As an individual learns and grows, they build and idea or an image of what and who their parents are and what they want from their parents. At the same time, they are taking in implicit and explicit rules from their parents as well as the outside world.
- Implied, rather than expressly stated
- unquestioning or unreserved; unconditional
- fully and clearly expressed or demonstrated; leaving nothing merely implied; unequivocal
- clearly developed or formulated
- definite and unreserved in expression; outspoken
These rules tell use who we are, who are parents are, who are parents want us to be, how to please them and get the validation we crave. When these rules or stories are healthy and supportive, these can help spring board a person into the life they want. But too often these rules get garbled and twisted into unhealthy patterns that keep people from the relationships they want.
For most people, but especially, those that grow up in turmoil or chaos there is a development of two versions of each parent; ideal mom and actual mom and a similarly an ideal dad and actual dad. The dueling versions of parents is often what creates tension and confusion in the relationship as an individual grows older.
Actual vs Ideal
Our ideal parents are patient, kind, caring and supportive. The actual parent may want to be those things and, in some cases, even believe they are those things. Yet as an adult works themselves into knots attempting to elicit the desired response from their parents often learns, the actual parent may not be able to show up the way you want them to.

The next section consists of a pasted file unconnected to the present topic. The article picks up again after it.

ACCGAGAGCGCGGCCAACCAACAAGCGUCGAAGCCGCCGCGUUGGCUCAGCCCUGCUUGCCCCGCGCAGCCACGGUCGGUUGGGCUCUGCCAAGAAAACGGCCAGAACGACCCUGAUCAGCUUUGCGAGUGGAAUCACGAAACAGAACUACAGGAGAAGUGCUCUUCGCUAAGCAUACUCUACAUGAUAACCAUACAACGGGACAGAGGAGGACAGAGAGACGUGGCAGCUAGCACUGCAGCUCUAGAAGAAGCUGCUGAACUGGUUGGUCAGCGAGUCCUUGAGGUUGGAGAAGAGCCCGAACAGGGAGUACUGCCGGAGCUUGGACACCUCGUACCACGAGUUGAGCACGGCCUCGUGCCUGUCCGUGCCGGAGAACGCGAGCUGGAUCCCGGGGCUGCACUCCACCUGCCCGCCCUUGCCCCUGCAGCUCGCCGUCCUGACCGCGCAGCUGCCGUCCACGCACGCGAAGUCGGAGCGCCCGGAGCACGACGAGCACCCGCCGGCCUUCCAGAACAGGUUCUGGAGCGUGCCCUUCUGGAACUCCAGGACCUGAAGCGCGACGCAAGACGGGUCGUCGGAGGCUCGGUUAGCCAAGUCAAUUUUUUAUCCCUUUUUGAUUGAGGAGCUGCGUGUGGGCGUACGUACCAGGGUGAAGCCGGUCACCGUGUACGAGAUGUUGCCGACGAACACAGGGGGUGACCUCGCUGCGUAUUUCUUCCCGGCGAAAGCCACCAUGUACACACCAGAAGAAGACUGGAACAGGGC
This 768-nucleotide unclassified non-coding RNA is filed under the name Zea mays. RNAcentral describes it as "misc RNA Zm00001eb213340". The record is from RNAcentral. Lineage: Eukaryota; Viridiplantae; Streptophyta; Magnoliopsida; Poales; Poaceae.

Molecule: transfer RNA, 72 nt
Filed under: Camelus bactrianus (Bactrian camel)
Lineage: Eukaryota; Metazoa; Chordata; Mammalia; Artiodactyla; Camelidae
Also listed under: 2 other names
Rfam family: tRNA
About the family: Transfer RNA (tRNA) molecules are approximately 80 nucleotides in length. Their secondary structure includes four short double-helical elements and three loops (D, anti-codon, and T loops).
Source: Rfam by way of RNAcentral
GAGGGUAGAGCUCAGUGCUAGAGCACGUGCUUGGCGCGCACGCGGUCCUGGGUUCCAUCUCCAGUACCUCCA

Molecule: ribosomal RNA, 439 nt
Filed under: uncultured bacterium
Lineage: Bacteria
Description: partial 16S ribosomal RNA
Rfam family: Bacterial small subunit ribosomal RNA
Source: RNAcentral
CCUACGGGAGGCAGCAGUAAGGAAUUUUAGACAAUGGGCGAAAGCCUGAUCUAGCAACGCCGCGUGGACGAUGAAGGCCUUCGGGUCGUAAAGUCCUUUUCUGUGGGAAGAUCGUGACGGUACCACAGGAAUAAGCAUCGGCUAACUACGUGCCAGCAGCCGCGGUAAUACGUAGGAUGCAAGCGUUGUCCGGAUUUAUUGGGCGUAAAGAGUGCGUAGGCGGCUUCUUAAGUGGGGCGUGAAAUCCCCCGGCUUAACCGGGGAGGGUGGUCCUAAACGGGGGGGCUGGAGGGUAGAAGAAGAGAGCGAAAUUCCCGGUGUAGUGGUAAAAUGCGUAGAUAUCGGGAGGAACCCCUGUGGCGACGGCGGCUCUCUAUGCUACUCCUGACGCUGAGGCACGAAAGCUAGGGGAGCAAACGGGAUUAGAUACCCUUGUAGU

What went wrong? A lot of times people double down on themselves and assume that they are in some way lacking and that is the cause of the lackluster response from their parents. What is far more often the case is that their parents simply don't have the resources to show up the way they were expected to. The rules and/or expectations that have been built up are simply unattainable.
Time to Adjust?
What you want and crave from your parents may be totally reasonable. The problem may not be you at all. A lot of times we long for things that our parents simply cannot give us. Though it sounds easy enough to love and accept your kids as they are, some parents just can't do it. So it falls on you to adjust. Take stock of the person your parent(s) is as a whole person. Do they have good boundaries? Do they love themselves well? Are they able to have other healthy relationships? It is a big and often painful undertaking but realizing that your parents are not and may not be capable of becoming your "ideal" parent, is a big first step to rewriting your relationships stories.
As always, I’m here. If you are ready to work on having the life you want, call me and let’s get started!